FLOWERY BRANCH — When Falcons linebacker Sean Weatherspoon first received his new helmet in the preseason, he rubbed the green dot on the back and started smiling.
With the departure of Curtis Lofton, Weatherspoon was elevated to the role of defensive signal-caller and his helmet was equipped with the communications device — hence the identifying green dot — to receive the play calls from defensive coordinator Mike Nolan.
Weatherspoon is set to lead the defense against the unflappable Eli Manning and the defending Super Bowl champion New York Giants in a pivotal NFC showdown on Sunday at the Georgia Dome.
With a win, the Falcons (11-2) would move closer to earning a first-round playoff bye and the NFC’s top seed while dealing the Giants (8-5) a blow in their quest to wrap up the NFC East title.
It’s been a few months, but Weatherspoon still really likes his new helmet.
“It’s cool,” he said. “It takes a little bit out of you because you have to communicate so much. It’s something that I like doing. I love being able to hear coach in the huddle.”
With Nolan’s multiple calls that require disguised fronts and sometimes “dummy” looks, Weatherspoon has to make sure the entire unit is tuned in. There was one notorious blown coverage against Washington, but for the most part Weatherspoon has had the unit the same page this year.
“I look forward to it every week, going out there and trying to lead the guys and put the guys in position,” Weatherspoon said.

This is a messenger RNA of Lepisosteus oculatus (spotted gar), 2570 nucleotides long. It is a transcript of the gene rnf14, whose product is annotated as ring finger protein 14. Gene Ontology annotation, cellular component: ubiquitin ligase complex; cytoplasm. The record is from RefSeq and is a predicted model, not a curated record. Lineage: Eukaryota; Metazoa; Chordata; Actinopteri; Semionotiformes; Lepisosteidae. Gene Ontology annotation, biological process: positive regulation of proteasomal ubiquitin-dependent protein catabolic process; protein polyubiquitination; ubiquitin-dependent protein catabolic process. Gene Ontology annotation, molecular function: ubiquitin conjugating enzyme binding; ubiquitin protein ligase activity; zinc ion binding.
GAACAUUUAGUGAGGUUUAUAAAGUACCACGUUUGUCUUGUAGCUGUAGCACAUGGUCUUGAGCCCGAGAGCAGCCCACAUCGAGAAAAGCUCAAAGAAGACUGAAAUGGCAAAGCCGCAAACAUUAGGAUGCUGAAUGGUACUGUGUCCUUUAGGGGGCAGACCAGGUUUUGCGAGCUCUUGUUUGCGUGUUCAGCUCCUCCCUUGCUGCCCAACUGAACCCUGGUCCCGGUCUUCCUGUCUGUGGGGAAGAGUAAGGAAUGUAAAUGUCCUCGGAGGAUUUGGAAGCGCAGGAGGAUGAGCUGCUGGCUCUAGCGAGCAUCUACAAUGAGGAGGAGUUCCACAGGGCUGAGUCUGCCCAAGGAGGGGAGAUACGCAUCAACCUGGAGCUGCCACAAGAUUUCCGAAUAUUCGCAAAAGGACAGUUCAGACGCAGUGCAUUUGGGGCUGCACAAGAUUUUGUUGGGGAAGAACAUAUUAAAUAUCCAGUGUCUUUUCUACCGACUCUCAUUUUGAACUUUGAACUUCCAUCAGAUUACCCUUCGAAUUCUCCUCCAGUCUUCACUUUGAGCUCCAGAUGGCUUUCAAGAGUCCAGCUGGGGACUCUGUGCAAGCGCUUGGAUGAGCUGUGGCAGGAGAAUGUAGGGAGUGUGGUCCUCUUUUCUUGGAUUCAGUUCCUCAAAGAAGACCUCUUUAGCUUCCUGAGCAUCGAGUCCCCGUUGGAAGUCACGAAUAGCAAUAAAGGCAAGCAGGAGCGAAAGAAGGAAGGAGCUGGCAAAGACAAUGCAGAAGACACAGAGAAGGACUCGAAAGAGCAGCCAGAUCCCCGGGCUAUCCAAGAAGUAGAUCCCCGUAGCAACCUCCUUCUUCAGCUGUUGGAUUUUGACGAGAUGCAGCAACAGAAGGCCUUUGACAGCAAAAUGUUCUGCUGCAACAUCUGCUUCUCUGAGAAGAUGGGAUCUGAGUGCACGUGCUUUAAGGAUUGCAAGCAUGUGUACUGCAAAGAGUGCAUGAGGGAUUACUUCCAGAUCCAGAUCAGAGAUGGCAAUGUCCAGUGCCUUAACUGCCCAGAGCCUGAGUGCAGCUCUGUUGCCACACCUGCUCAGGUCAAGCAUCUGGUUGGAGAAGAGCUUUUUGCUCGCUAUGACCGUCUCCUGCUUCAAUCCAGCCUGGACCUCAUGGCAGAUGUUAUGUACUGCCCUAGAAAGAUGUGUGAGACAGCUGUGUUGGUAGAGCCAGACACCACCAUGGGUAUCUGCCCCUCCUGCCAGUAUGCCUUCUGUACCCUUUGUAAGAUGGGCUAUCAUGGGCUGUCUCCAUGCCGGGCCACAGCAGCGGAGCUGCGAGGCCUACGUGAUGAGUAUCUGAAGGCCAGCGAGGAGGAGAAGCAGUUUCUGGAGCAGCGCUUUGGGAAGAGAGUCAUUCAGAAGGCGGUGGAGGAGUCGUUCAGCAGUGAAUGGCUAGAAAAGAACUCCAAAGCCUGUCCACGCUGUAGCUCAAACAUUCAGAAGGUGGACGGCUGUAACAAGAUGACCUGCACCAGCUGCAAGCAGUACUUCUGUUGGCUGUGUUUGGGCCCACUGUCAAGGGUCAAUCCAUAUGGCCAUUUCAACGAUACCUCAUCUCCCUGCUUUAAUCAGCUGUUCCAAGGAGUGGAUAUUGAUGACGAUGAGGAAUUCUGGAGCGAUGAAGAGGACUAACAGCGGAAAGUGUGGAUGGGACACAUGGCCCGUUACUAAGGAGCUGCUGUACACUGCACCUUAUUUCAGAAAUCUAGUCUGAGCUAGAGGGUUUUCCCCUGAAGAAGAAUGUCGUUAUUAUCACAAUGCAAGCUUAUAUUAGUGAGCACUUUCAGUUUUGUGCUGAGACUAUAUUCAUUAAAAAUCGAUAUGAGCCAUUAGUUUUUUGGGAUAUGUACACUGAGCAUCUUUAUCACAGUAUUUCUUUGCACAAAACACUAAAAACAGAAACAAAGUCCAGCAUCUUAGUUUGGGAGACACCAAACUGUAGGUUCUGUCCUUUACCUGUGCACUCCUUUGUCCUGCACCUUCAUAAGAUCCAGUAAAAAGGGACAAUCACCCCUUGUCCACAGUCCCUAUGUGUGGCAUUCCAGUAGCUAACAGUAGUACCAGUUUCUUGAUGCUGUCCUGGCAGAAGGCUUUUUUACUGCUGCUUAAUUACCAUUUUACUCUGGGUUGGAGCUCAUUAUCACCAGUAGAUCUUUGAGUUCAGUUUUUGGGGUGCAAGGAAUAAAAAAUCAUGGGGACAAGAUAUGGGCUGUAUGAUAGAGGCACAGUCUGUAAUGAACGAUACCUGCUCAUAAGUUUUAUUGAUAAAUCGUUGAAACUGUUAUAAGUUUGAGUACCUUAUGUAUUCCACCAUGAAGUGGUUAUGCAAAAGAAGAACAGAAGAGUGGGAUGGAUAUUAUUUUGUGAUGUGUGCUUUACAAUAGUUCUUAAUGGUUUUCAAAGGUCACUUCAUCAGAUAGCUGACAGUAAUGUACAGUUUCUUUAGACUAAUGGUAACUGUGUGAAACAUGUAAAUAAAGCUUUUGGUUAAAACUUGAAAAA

The defense started to gain confidence in Nolan’s schemes on Sept. 17, when they led to Denver quarterback Peyton Manning’s throwing three interceptions in the first quarter of the second game of the season.
The unit has at least two interceptions in three games, including five pick-offs against New Orleans on Nov. 29. The Falcons are the only team in the NFL with two safeties with four-plus interceptions. Thomas DeCoud has five and William Moore has four.
By all accounts, Weatherspoon grown into his role as the defense’s quarterback.
“It’s something that you earn,” Falcons coach Mike Smith said. “Sean has definitely become the leader of our defense. He, by far, has the most responsibility because he’s got to get the signals in and he’s got to get people lined up. I think he’s adjusted to it well.”
Weatherspoon missed three games because of an ankle injury. Second-year linebacker Akeem Dent put on the special helmet for games against Dallas, New Orleans and Arizona.
“We missed him early in the season and I think he’s really started to get back in stride,” Smith said.
The move was a natural progression for Weatherspoon, who was selected in the first round (19th overall) of the 2010 draft. He became a starter right away, but had to become accustomed to playing a critical position in the pro game.
“I’m getting more comfortable in that role,” Weatherspoon said. “I just have to continue to get better, continue to work, continue to lead and continue to prepare. We are going in the right direction.”
He believes that the unit is buying what he’s selling. On the field, he’s part tactician and part hype man.
“He’s good,” defensive end Kroy Biermann said. “He’s a great leader. He’s a real high-energy guy. He gets guys amped. He knows offenses and studies them well throughout the week. He does a real good job.”
Defensive tackle Corey Peters said: “He’s definitely somebody that has earned his respect in the locker room over the last three years. I think he’s done a good job for us.”
Weatherspoon might even mix in a joke with the call, but will also play the role of motivator, should the need arise.
“He’s good,” Peters insists. “He always has something to say at the right time. I think he’s always been a leader going back to college and high school. I don’t think it’s very difficult for him. It’s not forced.”
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